After some high-spirited family discussion, (my wife spoke and I listened) we decided to join the celebrated ranks of home ownership. We desperately wanted to participate in the Australian dream, to owner/occupy our very own corner of this lucky country and to live with some alleged honor and dignity.
However, it's the Coalition Government's view that if you have a wife, 2 point 4 children, a mortgage, a station wagon, a dead-end job and an unhealthy obsession for sport and beer, then you have no time for dignity? Good point.
Anyway, we went to the bank (that place where you can borrow enough money to get out of debt) and applied for a home loan. The bank manager crunched some numbers and on his estimate, our monthly mortgage-repayments would roughly equal the Gross National Product of Argentina.
After some energetic CPR, I picked myself up off the floor, thanked the paramedics and was gleefully informed by my wife that our loan application was off for approval. The quest for Shangri-la had begun.
The first property we inspected was in Mermaid Beach, where we met the real-estate agent at the address. "This is a great little renovator," he proudly announced before handing us a compass and a machete. He then pointed toward what was obviously its very own thriving Eco-system and informed us that the front door was that-a-way. He politely declined to join us as Italian patent-leather and jungle mulch don't mix, and besides, he hadn't had his malaria shots.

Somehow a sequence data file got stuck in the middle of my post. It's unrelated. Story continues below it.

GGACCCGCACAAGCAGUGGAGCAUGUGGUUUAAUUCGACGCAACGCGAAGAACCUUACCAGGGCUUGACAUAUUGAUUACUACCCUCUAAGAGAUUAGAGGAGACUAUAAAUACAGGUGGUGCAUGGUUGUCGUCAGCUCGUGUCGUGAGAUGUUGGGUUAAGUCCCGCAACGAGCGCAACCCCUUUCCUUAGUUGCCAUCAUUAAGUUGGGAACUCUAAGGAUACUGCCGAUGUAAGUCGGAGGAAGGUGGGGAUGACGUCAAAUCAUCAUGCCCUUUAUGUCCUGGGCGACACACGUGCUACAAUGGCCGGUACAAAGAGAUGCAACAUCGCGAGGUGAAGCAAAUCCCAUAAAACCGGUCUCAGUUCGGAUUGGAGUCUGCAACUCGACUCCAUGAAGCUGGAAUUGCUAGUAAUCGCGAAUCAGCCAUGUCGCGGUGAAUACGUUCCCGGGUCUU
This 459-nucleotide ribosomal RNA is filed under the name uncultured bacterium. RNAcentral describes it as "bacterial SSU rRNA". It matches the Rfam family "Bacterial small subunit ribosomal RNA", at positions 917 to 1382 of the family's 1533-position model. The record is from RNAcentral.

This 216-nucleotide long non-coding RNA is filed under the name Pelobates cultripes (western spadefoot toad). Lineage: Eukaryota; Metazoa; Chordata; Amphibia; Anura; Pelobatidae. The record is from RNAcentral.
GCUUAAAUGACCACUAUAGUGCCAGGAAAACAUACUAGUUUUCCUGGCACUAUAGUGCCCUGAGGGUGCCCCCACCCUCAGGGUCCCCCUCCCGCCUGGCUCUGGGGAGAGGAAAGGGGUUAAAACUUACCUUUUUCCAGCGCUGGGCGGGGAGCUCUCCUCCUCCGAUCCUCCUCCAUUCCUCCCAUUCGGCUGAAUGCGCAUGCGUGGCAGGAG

My wife and I finally made it to the front door, but not before being stalked by a large feline predator of some kind and stumbling across the ruins of a lost civilization. If we thought the exterior had been left to its own devices, then the interior was definitely on the feral side of rustic.
At first glance the wallpaper seemed to be made of shag-pile carpet that actually turned out to be an aggressive species of primordial fungus, and chemical analysis of a purple stain showed it to be the original color.
Needless to say we passed on this offering and continued our search. What an ordeal. It didn't take long before house hunting became a nervous strain as we endured disappointment after disappointment. Walking into houses and immediately suffering that sinking feeling, that one similar to discovering blood in your urine, was becoming all too familiar.
On our journey we were also unfortunately introduced to all variety of crackpot and oddity that allegedly constitute our fellow man. Amongst an engorgement of tedious and ill-informed commentary, these malformed anthropoids love to tell horror stories in graphic detail associated with home ownership.
One of the more popular anecdotes is when a brown, sludge-like substance oozes up through the lawn turning the backyard into the Okeechobee. "Yep, you gotta watch out for that one young fella. Will end up costin' ya a pretty penny," came the warning in monotone chorus.
It was interesting how sewage disasters of all types completely occupied their mediocre little minds. Endless rhetoric about septic discharge and fecal flow had my brain dribbling vital fluid until it eventually shriveled up and blew away with the prevailing wind. If I wanted continuous toilet references, I'd watch 'South Park'.